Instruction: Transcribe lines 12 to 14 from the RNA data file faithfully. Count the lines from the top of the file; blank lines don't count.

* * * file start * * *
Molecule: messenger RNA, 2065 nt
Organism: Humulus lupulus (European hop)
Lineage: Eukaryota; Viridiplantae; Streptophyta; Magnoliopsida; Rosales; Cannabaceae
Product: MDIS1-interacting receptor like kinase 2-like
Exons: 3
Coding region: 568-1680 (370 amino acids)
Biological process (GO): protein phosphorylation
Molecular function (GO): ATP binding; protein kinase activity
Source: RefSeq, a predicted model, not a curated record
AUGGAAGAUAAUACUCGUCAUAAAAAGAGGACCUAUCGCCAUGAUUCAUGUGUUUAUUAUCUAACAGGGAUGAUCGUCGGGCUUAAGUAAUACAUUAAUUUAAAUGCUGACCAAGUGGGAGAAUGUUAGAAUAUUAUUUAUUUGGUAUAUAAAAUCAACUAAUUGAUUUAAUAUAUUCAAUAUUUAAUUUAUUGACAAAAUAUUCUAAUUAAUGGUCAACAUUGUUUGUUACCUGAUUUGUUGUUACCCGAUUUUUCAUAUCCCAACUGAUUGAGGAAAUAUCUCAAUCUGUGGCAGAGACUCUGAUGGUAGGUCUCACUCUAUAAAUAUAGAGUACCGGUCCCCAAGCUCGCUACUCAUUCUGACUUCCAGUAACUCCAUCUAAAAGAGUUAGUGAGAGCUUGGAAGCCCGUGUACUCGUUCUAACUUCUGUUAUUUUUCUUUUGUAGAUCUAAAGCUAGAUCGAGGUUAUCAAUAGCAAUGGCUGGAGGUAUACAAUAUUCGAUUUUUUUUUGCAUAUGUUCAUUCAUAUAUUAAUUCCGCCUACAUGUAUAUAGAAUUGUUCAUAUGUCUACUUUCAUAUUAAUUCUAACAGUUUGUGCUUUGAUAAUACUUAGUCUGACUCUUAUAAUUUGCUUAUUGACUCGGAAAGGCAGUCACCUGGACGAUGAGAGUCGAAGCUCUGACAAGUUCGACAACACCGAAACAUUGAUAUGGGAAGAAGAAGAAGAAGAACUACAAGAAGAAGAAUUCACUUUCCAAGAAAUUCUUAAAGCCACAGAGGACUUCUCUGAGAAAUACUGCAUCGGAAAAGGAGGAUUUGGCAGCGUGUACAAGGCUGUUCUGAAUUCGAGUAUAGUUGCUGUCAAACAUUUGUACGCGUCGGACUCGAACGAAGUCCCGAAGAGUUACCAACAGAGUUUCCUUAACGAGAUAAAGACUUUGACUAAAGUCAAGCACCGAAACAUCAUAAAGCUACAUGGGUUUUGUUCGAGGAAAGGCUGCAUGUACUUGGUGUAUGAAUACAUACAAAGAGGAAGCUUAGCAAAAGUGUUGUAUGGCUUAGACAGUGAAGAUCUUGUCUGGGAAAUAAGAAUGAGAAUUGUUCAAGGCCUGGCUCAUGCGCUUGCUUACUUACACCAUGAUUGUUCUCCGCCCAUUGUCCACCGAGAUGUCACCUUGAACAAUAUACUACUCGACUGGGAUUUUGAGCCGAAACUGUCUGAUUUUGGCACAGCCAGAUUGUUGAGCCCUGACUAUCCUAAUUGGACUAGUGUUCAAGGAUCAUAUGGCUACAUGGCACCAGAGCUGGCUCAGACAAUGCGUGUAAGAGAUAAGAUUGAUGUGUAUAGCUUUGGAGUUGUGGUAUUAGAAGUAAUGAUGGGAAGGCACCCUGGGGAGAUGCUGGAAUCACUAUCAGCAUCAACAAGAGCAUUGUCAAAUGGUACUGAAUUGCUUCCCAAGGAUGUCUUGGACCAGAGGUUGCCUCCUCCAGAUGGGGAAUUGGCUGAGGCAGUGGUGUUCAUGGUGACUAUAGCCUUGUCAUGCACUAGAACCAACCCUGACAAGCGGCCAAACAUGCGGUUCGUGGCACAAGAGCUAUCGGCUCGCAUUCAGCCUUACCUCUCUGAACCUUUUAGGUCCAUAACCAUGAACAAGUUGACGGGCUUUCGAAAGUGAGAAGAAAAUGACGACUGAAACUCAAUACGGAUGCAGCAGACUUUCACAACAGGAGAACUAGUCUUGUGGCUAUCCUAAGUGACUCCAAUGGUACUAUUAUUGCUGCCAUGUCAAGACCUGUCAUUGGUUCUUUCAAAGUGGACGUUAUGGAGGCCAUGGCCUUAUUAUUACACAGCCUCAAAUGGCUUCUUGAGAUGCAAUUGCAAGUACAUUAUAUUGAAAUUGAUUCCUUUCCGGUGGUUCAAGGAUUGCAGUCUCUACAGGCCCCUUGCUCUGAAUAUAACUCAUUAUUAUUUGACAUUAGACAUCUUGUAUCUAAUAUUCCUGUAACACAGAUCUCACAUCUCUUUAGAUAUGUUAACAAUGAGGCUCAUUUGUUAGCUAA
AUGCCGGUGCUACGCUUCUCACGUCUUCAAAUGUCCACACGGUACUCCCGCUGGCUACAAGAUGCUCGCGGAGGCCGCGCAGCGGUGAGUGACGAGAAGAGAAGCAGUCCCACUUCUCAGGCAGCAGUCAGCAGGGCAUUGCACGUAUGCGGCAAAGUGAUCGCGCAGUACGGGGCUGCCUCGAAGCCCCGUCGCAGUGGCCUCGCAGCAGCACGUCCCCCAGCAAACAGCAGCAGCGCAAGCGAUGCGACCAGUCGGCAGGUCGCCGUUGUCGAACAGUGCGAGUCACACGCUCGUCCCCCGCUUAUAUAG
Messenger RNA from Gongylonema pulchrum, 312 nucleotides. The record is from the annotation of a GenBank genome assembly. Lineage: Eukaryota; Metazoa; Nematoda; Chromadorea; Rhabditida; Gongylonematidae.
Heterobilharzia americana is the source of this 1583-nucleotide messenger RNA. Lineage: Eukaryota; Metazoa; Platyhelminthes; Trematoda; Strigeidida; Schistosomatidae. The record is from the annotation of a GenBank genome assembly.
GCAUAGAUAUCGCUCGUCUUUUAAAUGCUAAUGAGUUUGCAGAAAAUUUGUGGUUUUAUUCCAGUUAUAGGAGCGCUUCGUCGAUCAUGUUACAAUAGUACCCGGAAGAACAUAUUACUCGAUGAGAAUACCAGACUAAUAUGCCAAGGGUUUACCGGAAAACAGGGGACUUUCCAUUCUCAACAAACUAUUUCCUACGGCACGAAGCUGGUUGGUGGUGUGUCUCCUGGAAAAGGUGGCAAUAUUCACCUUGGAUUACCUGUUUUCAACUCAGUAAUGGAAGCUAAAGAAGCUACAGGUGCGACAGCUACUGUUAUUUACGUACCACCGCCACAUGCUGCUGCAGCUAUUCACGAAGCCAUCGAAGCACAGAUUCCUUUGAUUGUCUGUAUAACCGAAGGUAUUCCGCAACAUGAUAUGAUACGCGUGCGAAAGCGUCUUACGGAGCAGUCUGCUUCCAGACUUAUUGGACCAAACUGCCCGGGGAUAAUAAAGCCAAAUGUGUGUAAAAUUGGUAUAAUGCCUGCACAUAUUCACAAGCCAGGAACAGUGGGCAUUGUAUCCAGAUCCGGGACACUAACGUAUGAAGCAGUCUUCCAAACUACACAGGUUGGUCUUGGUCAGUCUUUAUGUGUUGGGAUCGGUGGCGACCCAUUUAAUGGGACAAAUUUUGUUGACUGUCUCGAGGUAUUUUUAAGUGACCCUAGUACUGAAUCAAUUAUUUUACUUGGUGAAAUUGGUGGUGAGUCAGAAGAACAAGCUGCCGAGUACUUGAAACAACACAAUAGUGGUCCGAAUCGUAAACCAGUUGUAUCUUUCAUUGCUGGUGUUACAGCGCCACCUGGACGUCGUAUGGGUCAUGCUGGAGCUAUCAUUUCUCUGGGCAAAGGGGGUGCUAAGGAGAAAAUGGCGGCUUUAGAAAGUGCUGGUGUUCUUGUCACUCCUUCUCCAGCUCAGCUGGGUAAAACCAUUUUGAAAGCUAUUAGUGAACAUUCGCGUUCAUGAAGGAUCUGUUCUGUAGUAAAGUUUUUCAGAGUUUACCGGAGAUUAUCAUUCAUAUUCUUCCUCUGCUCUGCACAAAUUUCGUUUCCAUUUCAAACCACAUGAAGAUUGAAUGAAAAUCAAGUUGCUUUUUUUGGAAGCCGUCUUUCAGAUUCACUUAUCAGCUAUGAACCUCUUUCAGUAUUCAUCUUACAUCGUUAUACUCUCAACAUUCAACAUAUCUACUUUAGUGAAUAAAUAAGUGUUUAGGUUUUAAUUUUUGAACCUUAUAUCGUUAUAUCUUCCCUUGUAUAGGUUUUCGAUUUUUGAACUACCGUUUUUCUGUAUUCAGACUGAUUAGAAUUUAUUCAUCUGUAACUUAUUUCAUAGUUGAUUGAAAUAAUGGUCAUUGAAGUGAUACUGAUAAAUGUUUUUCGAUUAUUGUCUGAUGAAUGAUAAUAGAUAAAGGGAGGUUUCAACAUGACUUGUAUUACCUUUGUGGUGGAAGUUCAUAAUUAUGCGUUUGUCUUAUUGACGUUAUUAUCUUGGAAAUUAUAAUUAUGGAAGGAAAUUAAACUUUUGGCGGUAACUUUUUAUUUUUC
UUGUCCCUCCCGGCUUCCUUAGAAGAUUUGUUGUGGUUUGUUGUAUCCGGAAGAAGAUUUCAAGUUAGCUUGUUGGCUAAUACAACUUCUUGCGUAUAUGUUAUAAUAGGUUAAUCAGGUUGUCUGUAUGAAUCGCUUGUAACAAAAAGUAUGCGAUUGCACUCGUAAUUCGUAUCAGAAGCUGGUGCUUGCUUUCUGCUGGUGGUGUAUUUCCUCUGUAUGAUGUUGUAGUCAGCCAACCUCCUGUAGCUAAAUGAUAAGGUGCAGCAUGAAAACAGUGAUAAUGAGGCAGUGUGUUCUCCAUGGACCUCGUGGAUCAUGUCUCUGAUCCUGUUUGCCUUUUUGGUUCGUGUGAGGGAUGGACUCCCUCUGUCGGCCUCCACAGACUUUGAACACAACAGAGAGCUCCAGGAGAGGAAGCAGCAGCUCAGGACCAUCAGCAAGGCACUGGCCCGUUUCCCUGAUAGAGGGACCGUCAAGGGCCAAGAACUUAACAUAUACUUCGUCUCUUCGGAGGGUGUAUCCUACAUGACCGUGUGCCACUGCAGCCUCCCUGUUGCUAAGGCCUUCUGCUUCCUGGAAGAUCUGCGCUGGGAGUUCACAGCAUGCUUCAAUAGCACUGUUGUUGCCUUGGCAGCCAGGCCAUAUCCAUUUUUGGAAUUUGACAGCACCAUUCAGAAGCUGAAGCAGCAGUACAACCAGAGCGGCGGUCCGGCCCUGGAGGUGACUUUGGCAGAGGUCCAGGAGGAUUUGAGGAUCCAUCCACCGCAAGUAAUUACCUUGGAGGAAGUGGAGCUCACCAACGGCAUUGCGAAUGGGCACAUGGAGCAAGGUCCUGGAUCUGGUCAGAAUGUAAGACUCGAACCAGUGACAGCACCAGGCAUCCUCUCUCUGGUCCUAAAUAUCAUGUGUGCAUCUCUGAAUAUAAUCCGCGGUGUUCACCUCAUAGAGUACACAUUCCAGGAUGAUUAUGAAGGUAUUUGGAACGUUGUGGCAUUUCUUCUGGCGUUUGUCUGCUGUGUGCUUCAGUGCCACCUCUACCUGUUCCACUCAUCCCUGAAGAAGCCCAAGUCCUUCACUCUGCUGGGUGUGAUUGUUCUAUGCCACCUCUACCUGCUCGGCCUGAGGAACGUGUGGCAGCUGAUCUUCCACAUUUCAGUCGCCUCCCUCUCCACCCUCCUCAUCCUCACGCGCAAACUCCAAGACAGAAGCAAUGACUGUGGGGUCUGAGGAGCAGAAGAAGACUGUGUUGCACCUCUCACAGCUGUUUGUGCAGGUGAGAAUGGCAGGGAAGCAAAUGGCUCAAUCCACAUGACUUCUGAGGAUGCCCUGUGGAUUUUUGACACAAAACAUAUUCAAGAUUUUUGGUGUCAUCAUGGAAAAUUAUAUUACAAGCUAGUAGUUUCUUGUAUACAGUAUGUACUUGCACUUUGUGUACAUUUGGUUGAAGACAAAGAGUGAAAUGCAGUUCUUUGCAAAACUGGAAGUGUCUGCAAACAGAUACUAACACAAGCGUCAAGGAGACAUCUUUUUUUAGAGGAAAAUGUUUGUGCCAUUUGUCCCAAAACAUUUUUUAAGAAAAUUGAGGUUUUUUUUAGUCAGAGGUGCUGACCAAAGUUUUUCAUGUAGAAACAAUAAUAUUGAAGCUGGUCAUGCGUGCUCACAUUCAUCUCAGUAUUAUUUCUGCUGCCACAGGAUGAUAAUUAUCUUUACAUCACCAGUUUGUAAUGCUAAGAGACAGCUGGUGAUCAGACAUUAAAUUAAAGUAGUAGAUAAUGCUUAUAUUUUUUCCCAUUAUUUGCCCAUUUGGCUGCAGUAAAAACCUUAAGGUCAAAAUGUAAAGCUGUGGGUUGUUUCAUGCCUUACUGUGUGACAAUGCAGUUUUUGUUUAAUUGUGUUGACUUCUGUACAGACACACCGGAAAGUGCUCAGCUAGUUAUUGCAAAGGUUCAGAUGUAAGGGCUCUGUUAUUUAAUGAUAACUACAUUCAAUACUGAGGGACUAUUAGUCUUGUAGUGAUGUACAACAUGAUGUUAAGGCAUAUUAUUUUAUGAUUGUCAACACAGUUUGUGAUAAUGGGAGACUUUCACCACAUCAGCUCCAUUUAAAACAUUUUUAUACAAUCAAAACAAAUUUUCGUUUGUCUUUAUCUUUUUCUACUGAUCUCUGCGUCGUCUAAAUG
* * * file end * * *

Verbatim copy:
Messenger RNA from Gongylonema pulchrum, 312 nucleotides. The record is from the annotation of a GenBank genome assembly. Lineage: Eukaryota; Metazoa; Nematoda; Chromadorea; Rhabditida; Gongylonematidae.
Heterobilharzia americana is the source of this 1583-nucleotide messenger RNA. Lineage: Eukaryota; Metazoa; Platyhelminthes; Trematoda; Strigeidida; Schistosomatidae. The record is from the annotation of a GenBank genome assembly.
GCAUAGAUAUCGCUCGUCUUUUAAAUGCUAAUGAGUUUGCAGAAAAUUUGUGGUUUUAUUCCAGUUAUAGGAGCGCUUCGUCGAUCAUGUUACAAUAGUACCCGGAAGAACAUAUUACUCGAUGAGAAUACCAGACUAAUAUGCCAAGGGUUUACCGGAAAACAGGGGACUUUCCAUUCUCAACAAACUAUUUCCUACGGCACGAAGCUGGUUGGUGGUGUGUCUCCUGGAAAAGGUGGCAAUAUUCACCUUGGAUUACCUGUUUUCAACUCAGUAAUGGAAGCUAAAGAAGCUACAGGUGCGACAGCUACUGUUAUUUACGUACCACCGCCACAUGCUGCUGCAGCUAUUCACGAAGCCAUCGAAGCACAGAUUCCUUUGAUUGUCUGUAUAACCGAAGGUAUUCCGCAACAUGAUAUGAUACGCGUGCGAAAGCGUCUUACGGAGCAGUCUGCUUCCAGACUUAUUGGACCAAACUGCCCGGGGAUAAUAAAGCCAAAUGUGUGUAAAAUUGGUAUAAUGCCUGCACAUAUUCACAAGCCAGGAACAGUGGGCAUUGUAUCCAGAUCCGGGACACUAACGUAUGAAGCAGUCUUCCAAACUACACAGGUUGGUCUUGGUCAGUCUUUAUGUGUUGGGAUCGGUGGCGACCCAUUUAAUGGGACAAAUUUUGUUGACUGUCUCGAGGUAUUUUUAAGUGACCCUAGUACUGAAUCAAUUAUUUUACUUGGUGAAAUUGGUGGUGAGUCAGAAGAACAAGCUGCCGAGUACUUGAAACAACACAAUAGUGGUCCGAAUCGUAAACCAGUUGUAUCUUUCAUUGCUGGUGUUACAGCGCCACCUGGACGUCGUAUGGGUCAUGCUGGAGCUAUCAUUUCUCUGGGCAAAGGGGGUGCUAAGGAGAAAAUGGCGGCUUUAGAAAGUGCUGGUGUUCUUGUCACUCCUUCUCCAGCUCAGCUGGGUAAAACCAUUUUGAAAGCUAUUAGUGAACAUUCGCGUUCAUGAAGGAUCUGUUCUGUAGUAAAGUUUUUCAGAGUUUACCGGAGAUUAUCAUUCAUAUUCUUCCUCUGCUCUGCACAAAUUUCGUUUCCAUUUCAAACCACAUGAAGAUUGAAUGAAAAUCAAGUUGCUUUUUUUGGAAGCCGUCUUUCAGAUUCACUUAUCAGCUAUGAACCUCUUUCAGUAUUCAUCUUACAUCGUUAUACUCUCAACAUUCAACAUAUCUACUUUAGUGAAUAAAUAAGUGUUUAGGUUUUAAUUUUUGAACCUUAUAUCGUUAUAUCUUCCCUUGUAUAGGUUUUCGAUUUUUGAACUACCGUUUUUCUGUAUUCAGACUGAUUAGAAUUUAUUCAUCUGUAACUUAUUUCAUAGUUGAUUGAAAUAAUGGUCAUUGAAGUGAUACUGAUAAAUGUUUUUCGAUUAUUGUCUGAUGAAUGAUAAUAGAUAAAGGGAGGUUUCAACAUGACUUGUAUUACCUUUGUGGUGGAAGUUCAUAAUUAUGCGUUUGUCUUAUUGACGUUAUUAUCUUGGAAAUUAUAAUUAUGGAAGGAAAUUAAACUUUUGGCGGUAACUUUUUAUUUUUC